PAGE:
Syracuse (WSYR-TV) - The latest investigation into the Syracuse University men’s basketball program surfaced on Monday with a Yahoo! Sports article by Charles Robinson and Pat Forde – and it didn’t take long for the buzz to spread on campus and beyond.
Shortly after the article appeared on the website, Syracuse University and the NCAA confirmed an investigation into drug test failures among former players was underway.
A new wrinkle emerged on Tuesday in the form of a Tweet from a member of the school’s faculty.
Adjunct Professor Dennis Deninger Tweeted, “If YahooSports is correct (PatForde is a very solid reporter), Boeheim is done. MikeHopkins will be tainted & won’t be next coach.AD could fall.”
The Yahoo! story by Forde and Robinson indicated that for more than a decade, several players had failed drug tests, but continued playing.
As of 4:30 p.m., the Tweet was still visible on Deninger’s feed. Deninger teaches sports communications at the school. He spent 25 years working at ESPN.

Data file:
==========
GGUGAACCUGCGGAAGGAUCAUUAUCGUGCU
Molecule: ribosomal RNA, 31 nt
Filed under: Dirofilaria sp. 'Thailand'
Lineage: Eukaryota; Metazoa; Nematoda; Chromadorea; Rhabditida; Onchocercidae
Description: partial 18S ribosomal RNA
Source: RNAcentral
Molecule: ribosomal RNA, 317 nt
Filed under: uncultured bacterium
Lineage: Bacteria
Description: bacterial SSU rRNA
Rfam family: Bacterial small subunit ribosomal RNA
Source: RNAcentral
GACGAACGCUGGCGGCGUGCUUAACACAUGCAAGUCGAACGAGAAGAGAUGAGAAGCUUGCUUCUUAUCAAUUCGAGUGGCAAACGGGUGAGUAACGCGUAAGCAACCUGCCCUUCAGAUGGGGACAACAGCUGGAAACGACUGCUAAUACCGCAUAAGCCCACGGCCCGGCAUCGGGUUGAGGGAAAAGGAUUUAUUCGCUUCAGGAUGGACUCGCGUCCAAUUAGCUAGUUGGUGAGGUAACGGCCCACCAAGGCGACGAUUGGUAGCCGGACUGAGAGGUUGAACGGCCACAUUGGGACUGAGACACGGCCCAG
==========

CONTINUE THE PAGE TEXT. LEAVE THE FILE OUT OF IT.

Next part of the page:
Deninger’s comment was retweeted numerous times and drew the attention of a critical comment from Orange legend Derrick Coleman demanding that he “leave Boeheim alone.”
Deninger declined to comment to NewsChannel 9 on his Tweet.
While some were critical of Deninger’s comment on the popular social media platform, university officials said it is entirely within the professor’s rights.
"It’s entirely free speech. Professors here can Tweet or not. I don't care. They can have Facebook pages or not, I don't,” said Professor David Rubin, former Newhouse School Dean.
As far as the accusations assembled in the Yahoo! article, Rubin believes it’s unfair that athletes are treated differently than other students.
"We don't test other students at SU for recreational drug use, we never tested Newhouse students, why should we, they're adults," Rubin said.
Rubin says he is not proposing that all students be tested - but that each student is treated equally. He added that such an investigation tarnishes a season that’s already been marked as much by scandal as success for the No. 2-ranked Orange.
"We've had enough with the Bernie Fine business, the NCAA will make us deal with it through whatever protocol they have and it might not be nice," Rubin said.